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The Boston Acoustics BA7500 Speakers


The name Boston Acoustics dredges up faint memories of that ever popular company of years gone by. I remember their strong market force and listened to many of their home speaker products in the 1970's. Decades later, BA has exploded onto the computer speaker scene with a dizzying array of products. This time, we'll thoroughly examine their higher-end effort, the BA7500. Touting a 6.5" subwoofer, what seems to be four flat panel radiators and built in Dolby digital surround sound decoding, will the newest member stand up to TargetPC's most rigorous objective and subjective testing? Keep reading for the latest BA scoop.

Factory Specifications
The BA7500's
  • Power Output: Not Specified
  • Frequency Response: 45Hz-20KHz ±3dB
  • AC Adapter: 36 VA
  • 4-ch w/Dolby Pro Logic
  • Total Output: 107dB SPL
  • Warranty: 1 Year
  • List Price: $299 USD


5/10 Rating

Description & Specifications

Boston Acoustics chose a very unusual subwoofer design. The 6.5" driver is both front and rear loaded as the picture (right) shows only a large front port hole. The speaker is mounted at the inside rear almost in a folded horn configuration of 1930's. The entire low frequency output is carefully controlled via the inside cavity and the shape and size of the external wide mouth port. My hand slips all the way inside and I could feel the surround of the paper woofer.

The rear panel unscrewed easily and with a small push, popped out to reveal, much to my horror, a design quality that should be far beneath a system in the $300 price class.

My first complaint is the heatsink arrangement. The heatsink for all six amplifiers is the entire rear panel of the sub box. Informal heat tests raised my concern about general UL safety. UL is Underwriters Laboratories which ensures a product's safety in the case of total failure. Searching frantically in the manual, on the outside of the shipping container and on the sub itself produced no UL reference number which means that the 7500's haven't been tested to UL's standards.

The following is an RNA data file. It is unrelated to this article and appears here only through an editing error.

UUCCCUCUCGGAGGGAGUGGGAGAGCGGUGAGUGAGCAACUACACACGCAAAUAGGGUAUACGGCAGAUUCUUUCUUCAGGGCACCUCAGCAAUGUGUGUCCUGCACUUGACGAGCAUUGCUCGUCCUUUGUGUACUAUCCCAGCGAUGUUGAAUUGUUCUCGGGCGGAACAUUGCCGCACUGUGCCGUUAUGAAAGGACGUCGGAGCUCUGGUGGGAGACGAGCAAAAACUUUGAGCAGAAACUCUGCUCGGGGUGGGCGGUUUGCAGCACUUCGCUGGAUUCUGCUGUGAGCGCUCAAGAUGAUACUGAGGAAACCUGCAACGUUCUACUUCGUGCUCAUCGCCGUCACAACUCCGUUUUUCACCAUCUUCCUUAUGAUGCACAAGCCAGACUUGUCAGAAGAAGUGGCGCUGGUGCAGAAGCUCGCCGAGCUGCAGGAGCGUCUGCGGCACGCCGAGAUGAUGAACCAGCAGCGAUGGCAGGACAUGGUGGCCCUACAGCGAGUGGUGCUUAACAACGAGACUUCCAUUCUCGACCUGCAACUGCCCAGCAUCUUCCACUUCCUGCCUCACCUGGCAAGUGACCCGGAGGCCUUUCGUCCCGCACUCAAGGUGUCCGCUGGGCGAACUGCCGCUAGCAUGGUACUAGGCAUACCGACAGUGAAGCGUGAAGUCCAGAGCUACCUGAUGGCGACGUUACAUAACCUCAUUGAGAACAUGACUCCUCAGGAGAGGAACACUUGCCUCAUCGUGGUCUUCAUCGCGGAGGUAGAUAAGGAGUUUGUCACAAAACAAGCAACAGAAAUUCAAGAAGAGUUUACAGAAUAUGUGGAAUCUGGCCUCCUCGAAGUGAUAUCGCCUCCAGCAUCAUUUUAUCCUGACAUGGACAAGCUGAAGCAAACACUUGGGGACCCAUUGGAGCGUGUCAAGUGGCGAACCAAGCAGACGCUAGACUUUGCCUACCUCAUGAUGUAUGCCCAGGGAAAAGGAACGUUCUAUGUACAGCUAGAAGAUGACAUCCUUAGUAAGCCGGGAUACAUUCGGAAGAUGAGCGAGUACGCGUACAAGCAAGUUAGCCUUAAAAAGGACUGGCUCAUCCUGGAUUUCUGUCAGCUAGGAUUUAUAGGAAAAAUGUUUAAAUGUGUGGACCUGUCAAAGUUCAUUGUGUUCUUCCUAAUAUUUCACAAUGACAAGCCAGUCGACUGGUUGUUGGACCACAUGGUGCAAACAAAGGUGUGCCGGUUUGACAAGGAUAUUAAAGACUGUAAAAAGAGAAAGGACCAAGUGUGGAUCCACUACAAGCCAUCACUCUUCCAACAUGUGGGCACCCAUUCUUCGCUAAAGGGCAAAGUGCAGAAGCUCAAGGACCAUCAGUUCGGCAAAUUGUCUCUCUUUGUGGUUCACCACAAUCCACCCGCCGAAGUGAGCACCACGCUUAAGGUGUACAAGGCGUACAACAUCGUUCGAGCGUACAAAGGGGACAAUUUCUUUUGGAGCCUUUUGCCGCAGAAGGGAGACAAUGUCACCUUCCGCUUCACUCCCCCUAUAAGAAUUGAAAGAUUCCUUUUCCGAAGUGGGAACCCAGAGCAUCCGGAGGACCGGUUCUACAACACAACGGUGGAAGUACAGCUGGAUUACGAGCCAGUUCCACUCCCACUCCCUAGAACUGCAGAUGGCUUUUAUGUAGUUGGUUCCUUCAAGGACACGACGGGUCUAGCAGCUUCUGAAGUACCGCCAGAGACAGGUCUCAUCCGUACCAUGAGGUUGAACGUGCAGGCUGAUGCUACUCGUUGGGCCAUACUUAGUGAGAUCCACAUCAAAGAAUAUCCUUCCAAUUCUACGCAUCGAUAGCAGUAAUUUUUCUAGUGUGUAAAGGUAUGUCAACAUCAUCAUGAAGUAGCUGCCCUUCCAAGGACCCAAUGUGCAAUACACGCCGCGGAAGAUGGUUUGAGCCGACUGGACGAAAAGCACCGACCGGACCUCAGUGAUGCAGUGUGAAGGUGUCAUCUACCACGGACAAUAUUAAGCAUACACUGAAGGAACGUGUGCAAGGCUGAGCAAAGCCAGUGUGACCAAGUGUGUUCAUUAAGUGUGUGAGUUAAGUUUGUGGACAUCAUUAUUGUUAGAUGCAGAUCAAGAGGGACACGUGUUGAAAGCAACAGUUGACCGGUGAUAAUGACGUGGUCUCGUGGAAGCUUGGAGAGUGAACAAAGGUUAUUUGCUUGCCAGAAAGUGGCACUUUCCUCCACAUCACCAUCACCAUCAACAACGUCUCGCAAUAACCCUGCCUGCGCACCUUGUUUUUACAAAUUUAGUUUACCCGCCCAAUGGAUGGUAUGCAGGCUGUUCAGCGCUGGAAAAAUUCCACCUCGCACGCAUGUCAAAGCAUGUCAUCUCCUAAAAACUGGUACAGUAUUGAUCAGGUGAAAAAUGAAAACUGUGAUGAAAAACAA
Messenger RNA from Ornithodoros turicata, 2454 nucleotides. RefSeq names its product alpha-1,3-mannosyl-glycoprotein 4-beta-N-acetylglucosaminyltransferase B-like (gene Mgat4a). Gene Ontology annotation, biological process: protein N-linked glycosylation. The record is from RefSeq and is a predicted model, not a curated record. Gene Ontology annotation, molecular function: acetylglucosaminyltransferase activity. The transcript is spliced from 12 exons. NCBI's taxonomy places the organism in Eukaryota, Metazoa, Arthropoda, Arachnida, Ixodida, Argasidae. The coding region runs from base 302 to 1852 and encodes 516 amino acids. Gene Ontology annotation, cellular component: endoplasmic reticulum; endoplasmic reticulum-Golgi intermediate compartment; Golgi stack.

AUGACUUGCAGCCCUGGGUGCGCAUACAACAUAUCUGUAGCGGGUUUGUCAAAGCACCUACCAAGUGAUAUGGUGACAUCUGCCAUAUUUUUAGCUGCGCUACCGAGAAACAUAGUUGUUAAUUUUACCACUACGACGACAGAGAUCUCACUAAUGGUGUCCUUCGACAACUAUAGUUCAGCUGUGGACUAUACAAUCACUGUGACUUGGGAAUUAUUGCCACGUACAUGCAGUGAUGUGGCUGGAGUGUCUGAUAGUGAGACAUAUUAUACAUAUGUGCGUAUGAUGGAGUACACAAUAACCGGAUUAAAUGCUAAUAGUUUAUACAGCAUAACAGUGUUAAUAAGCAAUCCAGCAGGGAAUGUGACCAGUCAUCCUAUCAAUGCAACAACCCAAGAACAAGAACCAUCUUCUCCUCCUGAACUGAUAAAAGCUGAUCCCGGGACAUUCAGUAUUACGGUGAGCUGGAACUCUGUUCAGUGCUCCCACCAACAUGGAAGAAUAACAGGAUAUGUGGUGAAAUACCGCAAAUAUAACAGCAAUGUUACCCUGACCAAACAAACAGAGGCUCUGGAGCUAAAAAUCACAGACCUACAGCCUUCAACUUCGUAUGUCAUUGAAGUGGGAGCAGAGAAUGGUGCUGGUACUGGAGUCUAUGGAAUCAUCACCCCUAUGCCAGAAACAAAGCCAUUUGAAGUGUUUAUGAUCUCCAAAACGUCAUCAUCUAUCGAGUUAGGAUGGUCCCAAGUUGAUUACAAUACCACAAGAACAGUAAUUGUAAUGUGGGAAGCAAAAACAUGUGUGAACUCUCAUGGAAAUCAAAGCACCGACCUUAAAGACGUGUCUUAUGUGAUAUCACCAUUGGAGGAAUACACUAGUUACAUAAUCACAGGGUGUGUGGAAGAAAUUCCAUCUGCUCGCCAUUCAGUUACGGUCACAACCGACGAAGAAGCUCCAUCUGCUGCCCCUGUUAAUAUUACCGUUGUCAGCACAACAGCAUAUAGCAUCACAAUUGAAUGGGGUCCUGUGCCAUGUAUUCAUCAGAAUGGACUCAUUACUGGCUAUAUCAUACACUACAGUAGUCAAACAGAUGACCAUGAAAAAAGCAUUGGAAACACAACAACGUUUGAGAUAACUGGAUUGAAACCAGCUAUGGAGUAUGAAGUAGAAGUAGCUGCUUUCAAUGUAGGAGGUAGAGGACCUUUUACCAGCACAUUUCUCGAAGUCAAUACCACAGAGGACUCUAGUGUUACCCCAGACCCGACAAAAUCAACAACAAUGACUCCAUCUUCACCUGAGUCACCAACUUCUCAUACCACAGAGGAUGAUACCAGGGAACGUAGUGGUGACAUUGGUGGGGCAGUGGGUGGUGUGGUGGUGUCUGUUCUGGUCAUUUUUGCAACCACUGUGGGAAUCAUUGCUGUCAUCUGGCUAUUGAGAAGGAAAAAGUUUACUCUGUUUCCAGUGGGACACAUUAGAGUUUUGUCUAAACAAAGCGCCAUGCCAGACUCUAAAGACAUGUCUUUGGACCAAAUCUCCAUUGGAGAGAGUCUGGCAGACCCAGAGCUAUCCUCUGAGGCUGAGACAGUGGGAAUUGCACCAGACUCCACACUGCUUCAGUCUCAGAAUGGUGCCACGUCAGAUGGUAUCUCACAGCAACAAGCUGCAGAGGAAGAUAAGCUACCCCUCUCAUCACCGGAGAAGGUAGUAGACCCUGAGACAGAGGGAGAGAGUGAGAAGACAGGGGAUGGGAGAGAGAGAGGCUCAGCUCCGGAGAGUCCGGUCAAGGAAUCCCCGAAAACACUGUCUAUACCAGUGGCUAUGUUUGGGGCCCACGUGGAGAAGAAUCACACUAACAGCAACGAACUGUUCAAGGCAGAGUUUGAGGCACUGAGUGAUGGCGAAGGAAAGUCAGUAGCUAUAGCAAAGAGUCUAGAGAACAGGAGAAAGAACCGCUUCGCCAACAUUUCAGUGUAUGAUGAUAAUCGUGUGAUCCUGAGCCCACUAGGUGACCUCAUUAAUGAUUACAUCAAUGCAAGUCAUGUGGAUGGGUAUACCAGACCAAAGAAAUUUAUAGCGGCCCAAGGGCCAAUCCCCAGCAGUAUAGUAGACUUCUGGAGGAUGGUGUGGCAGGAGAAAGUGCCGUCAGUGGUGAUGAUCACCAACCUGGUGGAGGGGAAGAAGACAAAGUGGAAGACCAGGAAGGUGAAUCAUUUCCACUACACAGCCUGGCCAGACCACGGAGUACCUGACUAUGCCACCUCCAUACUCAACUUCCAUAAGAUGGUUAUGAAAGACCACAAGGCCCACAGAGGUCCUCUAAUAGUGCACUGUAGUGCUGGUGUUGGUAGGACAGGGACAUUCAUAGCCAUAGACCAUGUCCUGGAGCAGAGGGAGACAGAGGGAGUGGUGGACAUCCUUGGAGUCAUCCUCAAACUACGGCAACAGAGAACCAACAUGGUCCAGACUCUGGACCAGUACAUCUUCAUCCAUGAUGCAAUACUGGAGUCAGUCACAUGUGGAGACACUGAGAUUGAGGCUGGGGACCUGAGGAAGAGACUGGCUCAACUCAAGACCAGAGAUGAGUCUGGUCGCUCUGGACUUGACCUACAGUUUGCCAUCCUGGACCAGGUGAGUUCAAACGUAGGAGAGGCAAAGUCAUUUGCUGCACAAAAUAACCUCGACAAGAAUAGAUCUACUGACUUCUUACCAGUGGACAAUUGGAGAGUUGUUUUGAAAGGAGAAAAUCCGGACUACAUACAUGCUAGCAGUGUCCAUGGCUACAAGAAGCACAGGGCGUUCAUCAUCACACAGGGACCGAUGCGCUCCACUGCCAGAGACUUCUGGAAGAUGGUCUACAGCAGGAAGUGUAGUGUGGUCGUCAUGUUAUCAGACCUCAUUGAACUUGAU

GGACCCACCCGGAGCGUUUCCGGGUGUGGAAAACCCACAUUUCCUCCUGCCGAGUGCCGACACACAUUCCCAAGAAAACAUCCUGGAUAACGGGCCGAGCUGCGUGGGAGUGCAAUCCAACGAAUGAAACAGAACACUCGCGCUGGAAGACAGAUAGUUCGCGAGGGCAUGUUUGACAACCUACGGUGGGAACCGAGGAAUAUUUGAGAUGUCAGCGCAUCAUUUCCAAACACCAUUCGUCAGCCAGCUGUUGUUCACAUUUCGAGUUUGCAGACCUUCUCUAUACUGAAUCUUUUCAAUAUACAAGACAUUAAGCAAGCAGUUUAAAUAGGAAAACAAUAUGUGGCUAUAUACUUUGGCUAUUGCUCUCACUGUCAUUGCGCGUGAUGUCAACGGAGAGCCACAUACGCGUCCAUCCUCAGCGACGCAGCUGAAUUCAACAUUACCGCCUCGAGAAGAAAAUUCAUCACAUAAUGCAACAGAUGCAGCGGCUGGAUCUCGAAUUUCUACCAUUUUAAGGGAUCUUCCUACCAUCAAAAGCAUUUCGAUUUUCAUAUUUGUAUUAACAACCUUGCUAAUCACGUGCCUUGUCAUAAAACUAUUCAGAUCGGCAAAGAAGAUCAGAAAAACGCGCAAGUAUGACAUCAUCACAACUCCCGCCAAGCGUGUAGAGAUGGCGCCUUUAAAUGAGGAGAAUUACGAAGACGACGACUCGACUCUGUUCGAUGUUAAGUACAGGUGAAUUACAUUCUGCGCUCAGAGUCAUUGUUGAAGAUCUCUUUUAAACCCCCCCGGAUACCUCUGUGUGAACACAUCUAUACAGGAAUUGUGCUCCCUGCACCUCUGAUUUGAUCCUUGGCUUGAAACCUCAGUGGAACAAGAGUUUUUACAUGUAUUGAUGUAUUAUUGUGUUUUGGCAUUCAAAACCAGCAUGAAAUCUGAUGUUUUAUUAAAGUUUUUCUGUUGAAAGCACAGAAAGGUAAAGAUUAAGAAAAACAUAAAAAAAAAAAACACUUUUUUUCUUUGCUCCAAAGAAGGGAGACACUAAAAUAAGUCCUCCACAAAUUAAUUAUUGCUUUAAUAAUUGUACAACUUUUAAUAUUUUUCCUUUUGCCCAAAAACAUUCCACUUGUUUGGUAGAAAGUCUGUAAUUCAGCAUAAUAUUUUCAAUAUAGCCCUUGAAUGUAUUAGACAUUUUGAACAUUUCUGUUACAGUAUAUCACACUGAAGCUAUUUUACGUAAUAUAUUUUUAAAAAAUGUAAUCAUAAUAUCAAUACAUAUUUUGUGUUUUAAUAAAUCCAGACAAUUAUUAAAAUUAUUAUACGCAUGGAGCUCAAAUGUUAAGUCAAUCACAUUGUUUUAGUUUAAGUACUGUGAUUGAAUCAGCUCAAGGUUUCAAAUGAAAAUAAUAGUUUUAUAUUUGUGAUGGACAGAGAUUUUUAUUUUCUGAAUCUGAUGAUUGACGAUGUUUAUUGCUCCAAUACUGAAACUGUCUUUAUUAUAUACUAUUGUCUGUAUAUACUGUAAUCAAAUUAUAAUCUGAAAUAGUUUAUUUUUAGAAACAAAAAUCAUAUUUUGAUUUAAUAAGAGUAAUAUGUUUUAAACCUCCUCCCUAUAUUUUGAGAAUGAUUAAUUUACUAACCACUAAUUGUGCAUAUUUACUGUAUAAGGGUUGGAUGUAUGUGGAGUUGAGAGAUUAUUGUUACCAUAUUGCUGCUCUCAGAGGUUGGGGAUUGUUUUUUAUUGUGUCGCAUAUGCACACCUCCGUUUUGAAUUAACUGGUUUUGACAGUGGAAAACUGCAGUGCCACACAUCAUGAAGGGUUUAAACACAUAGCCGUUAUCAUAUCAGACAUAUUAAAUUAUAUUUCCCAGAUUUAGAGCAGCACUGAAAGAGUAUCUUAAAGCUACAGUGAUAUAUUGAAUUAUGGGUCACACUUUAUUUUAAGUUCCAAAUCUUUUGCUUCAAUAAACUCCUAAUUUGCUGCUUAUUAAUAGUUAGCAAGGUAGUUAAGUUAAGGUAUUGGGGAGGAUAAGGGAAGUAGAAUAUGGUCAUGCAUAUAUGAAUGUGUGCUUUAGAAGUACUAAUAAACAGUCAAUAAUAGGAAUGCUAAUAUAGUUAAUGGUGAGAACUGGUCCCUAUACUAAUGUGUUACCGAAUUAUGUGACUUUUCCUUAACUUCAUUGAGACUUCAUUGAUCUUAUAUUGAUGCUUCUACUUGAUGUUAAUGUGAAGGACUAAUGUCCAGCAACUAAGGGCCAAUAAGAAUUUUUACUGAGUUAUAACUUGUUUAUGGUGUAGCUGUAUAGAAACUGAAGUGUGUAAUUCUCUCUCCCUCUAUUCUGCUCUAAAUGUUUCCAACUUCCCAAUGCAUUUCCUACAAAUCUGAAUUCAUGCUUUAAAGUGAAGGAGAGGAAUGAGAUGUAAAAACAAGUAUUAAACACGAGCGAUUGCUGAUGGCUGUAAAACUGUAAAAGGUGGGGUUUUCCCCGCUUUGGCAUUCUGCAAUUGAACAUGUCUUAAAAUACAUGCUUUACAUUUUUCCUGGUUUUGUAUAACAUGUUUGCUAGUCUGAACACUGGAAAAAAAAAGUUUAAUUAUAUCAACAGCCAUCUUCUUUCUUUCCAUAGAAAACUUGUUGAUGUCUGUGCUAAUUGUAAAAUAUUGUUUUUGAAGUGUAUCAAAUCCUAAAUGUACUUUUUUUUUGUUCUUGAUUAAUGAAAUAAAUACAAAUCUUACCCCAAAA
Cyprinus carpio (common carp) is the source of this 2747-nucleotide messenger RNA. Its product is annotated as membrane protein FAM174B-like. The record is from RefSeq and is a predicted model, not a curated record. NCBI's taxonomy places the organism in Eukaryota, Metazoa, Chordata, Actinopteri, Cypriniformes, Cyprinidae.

This greatly disturbs me as the entire rear panel heated up to at least 90ºF when merely idling (no output). Running the sub at maximum boom levels for over an hour made the metallic panel too hot to touch. Irregardless of the UL outcome (if and when testing is complete), I have serious concerns about placement on carpet or any potentially flammable surroundings.

Moving on to the the flat panel satellites, it should be noted that these are not flat panels. Yes, they appear the be to the naked eye, but the midrange driver contained inside is just a slimline conventional unit. However, BA made another goof as they ported the panels. Well, the port isn't directly the problem, rather the non-symmetrical nature of them. To save $$$, BA chose to manufacture all four satellite enclosures exactly the same. What's so unusual about that you ask? The problem is that the port for the front set of speakers faces to the right. That means sound will be abnormally emphasized for the left front speaker (if placed near a monitor) and the right front speaker receives little or no reinforcement at all in most environments. The result is a skewed sound stage and frequency response.

Objective Measurements

Data acquired and reported of this type is done without any opinion or bias whatsoever. For a quickie brush up course on audio terminology and measurements, point your browser to the Audio Reproduction Systems article.


Woofer Impedance
Frequency (Hz)
Voltage (mV)
Current (mA)
Impedance (Z)


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